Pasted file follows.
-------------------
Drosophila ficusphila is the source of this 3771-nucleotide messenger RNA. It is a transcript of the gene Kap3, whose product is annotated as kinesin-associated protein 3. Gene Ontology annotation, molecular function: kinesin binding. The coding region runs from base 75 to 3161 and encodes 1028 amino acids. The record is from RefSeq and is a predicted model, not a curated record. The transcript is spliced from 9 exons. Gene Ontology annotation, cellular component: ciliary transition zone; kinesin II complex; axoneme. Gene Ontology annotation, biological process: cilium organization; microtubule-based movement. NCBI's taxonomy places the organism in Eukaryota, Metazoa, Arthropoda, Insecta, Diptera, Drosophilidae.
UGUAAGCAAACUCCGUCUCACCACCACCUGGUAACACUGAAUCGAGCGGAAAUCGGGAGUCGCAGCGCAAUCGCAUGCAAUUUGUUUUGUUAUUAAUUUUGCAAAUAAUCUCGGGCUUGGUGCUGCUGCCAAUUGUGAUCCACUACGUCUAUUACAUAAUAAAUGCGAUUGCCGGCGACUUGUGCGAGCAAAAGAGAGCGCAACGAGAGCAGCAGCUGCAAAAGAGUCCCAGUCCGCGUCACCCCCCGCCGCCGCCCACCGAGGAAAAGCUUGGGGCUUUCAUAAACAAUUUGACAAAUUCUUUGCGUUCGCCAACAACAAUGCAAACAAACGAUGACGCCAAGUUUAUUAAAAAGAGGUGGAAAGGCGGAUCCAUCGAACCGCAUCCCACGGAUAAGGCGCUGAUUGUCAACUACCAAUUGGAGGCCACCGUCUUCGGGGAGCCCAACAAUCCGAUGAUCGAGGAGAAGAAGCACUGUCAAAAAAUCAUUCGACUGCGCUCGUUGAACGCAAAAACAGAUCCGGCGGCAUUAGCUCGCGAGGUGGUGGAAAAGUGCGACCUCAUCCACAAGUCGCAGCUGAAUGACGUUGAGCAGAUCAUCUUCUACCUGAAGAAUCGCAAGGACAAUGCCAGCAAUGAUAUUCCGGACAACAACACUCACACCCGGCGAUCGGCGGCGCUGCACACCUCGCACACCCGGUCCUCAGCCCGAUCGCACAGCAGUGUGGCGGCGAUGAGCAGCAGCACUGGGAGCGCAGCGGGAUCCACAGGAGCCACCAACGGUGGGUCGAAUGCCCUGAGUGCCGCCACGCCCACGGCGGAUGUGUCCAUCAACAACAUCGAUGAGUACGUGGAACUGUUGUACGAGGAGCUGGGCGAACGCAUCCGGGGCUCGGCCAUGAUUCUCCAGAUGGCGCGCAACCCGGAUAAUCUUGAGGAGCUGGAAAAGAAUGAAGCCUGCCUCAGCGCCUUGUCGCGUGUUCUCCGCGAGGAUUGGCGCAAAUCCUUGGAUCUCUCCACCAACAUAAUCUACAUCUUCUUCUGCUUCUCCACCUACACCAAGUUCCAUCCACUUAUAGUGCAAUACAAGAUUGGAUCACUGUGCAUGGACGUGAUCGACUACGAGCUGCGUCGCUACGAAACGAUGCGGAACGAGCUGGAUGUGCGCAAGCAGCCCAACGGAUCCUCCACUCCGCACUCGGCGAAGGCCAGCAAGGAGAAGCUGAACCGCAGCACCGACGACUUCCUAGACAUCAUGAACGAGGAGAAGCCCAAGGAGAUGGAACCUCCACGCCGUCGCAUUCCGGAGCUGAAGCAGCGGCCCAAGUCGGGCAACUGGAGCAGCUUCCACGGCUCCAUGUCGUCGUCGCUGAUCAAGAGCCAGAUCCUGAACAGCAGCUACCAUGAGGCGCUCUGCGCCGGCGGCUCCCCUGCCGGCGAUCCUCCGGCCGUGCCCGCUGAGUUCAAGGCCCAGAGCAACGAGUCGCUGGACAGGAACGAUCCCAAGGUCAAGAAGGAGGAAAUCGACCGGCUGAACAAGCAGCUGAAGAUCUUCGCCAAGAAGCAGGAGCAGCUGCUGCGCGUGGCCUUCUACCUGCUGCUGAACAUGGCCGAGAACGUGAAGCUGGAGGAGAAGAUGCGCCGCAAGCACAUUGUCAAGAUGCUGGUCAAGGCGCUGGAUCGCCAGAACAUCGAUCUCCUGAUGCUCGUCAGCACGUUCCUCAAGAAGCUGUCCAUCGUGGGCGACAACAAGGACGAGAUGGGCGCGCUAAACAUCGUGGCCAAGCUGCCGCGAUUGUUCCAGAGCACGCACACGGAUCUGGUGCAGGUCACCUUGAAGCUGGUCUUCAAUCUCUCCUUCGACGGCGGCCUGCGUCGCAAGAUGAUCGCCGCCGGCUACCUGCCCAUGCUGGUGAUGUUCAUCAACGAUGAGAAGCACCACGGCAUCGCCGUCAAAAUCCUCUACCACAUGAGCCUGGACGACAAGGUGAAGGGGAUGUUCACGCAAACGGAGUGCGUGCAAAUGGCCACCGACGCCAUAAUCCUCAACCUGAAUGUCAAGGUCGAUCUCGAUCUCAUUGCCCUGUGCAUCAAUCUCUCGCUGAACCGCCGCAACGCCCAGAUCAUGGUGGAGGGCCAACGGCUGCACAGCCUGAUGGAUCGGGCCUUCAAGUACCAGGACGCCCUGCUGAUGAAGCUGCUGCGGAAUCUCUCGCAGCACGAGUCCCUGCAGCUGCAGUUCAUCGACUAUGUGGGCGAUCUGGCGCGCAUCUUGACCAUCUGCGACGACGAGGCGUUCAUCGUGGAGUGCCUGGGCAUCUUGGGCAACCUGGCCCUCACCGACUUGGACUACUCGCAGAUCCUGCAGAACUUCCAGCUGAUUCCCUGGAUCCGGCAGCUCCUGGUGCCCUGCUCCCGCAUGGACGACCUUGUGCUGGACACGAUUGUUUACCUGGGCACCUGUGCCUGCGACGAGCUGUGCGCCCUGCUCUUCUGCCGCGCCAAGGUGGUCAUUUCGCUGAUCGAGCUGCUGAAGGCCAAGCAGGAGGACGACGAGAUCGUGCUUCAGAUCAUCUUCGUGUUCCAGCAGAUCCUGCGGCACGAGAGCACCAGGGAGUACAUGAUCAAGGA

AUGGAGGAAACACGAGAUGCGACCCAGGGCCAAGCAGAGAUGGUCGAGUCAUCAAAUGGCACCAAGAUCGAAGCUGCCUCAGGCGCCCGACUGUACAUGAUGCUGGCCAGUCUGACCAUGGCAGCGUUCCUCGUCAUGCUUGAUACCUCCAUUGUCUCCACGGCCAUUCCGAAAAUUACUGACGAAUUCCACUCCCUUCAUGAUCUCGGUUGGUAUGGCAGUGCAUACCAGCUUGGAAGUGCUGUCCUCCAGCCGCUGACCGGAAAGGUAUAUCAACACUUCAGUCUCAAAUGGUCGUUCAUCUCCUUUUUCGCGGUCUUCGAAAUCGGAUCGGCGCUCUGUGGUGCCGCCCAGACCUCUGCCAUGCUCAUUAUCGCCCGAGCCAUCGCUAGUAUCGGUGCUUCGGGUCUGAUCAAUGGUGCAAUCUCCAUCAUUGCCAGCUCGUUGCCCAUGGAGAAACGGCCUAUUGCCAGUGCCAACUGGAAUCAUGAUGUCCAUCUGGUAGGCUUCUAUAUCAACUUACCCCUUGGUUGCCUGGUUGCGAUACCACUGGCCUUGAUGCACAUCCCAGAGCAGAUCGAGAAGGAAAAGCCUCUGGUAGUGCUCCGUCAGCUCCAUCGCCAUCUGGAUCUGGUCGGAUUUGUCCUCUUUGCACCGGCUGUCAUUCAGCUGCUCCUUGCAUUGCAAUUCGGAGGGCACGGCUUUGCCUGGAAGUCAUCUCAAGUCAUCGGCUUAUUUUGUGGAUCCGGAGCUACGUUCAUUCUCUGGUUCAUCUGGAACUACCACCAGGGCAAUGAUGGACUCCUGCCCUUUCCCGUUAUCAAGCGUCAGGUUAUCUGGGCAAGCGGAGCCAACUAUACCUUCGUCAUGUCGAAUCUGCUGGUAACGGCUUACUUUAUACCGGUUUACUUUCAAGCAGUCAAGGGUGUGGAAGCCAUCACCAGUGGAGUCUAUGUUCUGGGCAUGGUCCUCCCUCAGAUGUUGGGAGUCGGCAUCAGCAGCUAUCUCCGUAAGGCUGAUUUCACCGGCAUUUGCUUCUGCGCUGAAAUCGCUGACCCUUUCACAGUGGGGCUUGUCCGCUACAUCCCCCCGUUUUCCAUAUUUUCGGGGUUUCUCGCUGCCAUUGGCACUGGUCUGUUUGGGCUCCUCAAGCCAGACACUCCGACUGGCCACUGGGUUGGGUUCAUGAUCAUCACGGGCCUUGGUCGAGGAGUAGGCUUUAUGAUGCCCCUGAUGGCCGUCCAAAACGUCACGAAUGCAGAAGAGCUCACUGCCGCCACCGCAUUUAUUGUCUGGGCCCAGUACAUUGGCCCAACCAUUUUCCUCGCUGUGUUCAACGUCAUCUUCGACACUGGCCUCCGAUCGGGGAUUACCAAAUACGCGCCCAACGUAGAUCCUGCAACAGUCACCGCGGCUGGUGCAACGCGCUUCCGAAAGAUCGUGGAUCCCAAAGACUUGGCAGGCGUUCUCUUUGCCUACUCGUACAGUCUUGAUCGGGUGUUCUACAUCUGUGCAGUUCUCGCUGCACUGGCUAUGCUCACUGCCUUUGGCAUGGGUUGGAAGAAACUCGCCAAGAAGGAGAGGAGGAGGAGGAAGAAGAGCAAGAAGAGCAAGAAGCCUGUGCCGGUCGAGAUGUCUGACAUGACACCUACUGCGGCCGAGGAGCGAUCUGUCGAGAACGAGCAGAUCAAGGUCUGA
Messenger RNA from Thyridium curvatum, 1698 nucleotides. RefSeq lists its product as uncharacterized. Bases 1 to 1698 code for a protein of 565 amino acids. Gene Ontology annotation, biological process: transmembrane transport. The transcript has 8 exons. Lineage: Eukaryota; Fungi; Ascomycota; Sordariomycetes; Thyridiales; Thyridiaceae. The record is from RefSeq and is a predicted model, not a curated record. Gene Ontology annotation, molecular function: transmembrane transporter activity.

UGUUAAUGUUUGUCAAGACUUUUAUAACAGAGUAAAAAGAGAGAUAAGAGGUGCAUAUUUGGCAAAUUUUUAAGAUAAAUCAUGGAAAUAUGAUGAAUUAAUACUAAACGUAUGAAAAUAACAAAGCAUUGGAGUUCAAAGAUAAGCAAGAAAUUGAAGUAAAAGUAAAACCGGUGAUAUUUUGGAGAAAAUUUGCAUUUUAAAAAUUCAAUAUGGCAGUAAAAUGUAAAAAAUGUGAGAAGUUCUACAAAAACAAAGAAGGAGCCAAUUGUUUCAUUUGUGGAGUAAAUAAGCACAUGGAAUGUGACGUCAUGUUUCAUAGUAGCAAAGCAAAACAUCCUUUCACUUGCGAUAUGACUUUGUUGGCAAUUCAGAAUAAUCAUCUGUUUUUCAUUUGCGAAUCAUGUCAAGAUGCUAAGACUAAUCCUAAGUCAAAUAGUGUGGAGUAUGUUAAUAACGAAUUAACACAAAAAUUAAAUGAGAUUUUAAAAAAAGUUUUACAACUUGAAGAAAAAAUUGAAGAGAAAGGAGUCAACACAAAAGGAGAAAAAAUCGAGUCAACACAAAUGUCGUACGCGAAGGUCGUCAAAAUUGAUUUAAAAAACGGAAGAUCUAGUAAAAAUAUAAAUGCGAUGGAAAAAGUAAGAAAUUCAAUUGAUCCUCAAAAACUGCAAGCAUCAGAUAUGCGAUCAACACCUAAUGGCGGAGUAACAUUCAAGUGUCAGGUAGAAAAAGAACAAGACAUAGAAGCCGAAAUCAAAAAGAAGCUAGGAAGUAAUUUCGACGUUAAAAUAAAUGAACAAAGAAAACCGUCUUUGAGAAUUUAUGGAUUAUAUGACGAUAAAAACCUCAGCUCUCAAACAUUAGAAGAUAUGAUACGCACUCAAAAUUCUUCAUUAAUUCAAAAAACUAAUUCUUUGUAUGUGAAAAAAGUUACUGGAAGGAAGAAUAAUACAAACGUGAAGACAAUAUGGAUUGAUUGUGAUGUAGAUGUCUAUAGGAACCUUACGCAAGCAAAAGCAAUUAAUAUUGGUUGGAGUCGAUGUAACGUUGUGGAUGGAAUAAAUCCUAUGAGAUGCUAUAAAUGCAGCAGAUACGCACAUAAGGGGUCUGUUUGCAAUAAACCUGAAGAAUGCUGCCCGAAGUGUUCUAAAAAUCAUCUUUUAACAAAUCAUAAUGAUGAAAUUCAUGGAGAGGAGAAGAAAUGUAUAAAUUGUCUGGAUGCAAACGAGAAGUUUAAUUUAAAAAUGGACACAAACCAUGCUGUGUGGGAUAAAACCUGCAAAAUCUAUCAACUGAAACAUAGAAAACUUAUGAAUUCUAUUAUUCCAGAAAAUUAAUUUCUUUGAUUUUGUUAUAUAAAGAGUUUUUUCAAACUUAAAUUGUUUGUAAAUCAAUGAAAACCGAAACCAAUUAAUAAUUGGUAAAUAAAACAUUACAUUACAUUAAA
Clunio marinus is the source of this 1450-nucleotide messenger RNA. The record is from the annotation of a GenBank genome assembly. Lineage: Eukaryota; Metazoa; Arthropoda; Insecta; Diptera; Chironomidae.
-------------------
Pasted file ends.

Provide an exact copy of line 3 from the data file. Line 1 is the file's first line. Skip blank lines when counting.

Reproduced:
AUGGAGGAAACACGAGAUGCGACCCAGGGCCAAGCAGAGAUGGUCGAGUCAUCAAAUGGCACCAAGAUCGAAGCUGCCUCAGGCGCCCGACUGUACAUGAUGCUGGCCAGUCUGACCAUGGCAGCGUUCCUCGUCAUGCUUGAUACCUCCAUUGUCUCCACGGCCAUUCCGAAAAUUACUGACGAAUUCCACUCCCUUCAUGAUCUCGGUUGGUAUGGCAGUGCAUACCAGCUUGGAAGUGCUGUCCUCCAGCCGCUGACCGGAAAGGUAUAUCAACACUUCAGUCUCAAAUGGUCGUUCAUCUCCUUUUUCGCGGUCUUCGAAAUCGGAUCGGCGCUCUGUGGUGCCGCCCAGACCUCUGCCAUGCUCAUUAUCGCCCGAGCCAUCGCUAGUAUCGGUGCUUCGGGUCUGAUCAAUGGUGCAAUCUCCAUCAUUGCCAGCUCGUUGCCCAUGGAGAAACGGCCUAUUGCCAGUGCCAACUGGAAUCAUGAUGUCCAUCUGGUAGGCUUCUAUAUCAACUUACCCCUUGGUUGCCUGGUUGCGAUACCACUGGCCUUGAUGCACAUCCCAGAGCAGAUCGAGAAGGAAAAGCCUCUGGUAGUGCUCCGUCAGCUCCAUCGCCAUCUGGAUCUGGUCGGAUUUGUCCUCUUUGCACCGGCUGUCAUUCAGCUGCUCCUUGCAUUGCAAUUCGGAGGGCACGGCUUUGCCUGGAAGUCAUCUCAAGUCAUCGGCUUAUUUUGUGGAUCCGGAGCUACGUUCAUUCUCUGGUUCAUCUGGAACUACCACCAGGGCAAUGAUGGACUCCUGCCCUUUCCCGUUAUCAAGCGUCAGGUUAUCUGGGCAAGCGGAGCCAACUAUACCUUCGUCAUGUCGAAUCUGCUGGUAACGGCUUACUUUAUACCGGUUUACUUUCAAGCAGUCAAGGGUGUGGAAGCCAUCACCAGUGGAGUCUAUGUUCUGGGCAUGGUCCUCCCUCAGAUGUUGGGAGUCGGCAUCAGCAGCUAUCUCCGUAAGGCUGAUUUCACCGGCAUUUGCUUCUGCGCUGAAAUCGCUGACCCUUUCACAGUGGGGCUUGUCCGCUACAUCCCCCCGUUUUCCAUAUUUUCGGGGUUUCUCGCUGCCAUUGGCACUGGUCUGUUUGGGCUCCUCAAGCCAGACACUCCGACUGGCCACUGGGUUGGGUUCAUGAUCAUCACGGGCCUUGGUCGAGGAGUAGGCUUUAUGAUGCCCCUGAUGGCCGUCCAAAACGUCACGAAUGCAGAAGAGCUCACUGCCGCCACCGCAUUUAUUGUCUGGGCCCAGUACAUUGGCCCAACCAUUUUCCUCGCUGUGUUCAACGUCAUCUUCGACACUGGCCUCCGAUCGGGGAUUACCAAAUACGCGCCCAACGUAGAUCCUGCAACAGUCACCGCGGCUGGUGCAACGCGCUUCCGAAAGAUCGUGGAUCCCAAAGACUUGGCAGGCGUUCUCUUUGCCUACUCGUACAGUCUUGAUCGGGUGUUCUACAUCUGUGCAGUUCUCGCUGCACUGGCUAUGCUCACUGCCUUUGGCAUGGGUUGGAAGAAACUCGCCAAGAAGGAGAGGAGGAGGAGGAAGAAGAGCAAGAAGAGCAAGAAGCCUGUGCCGGUCGAGAUGUCUGACAUGACACCUACUGCGGCCGAGGAGCGAUCUGUCGAGAACGAGCAGAUCAAGGUCUGA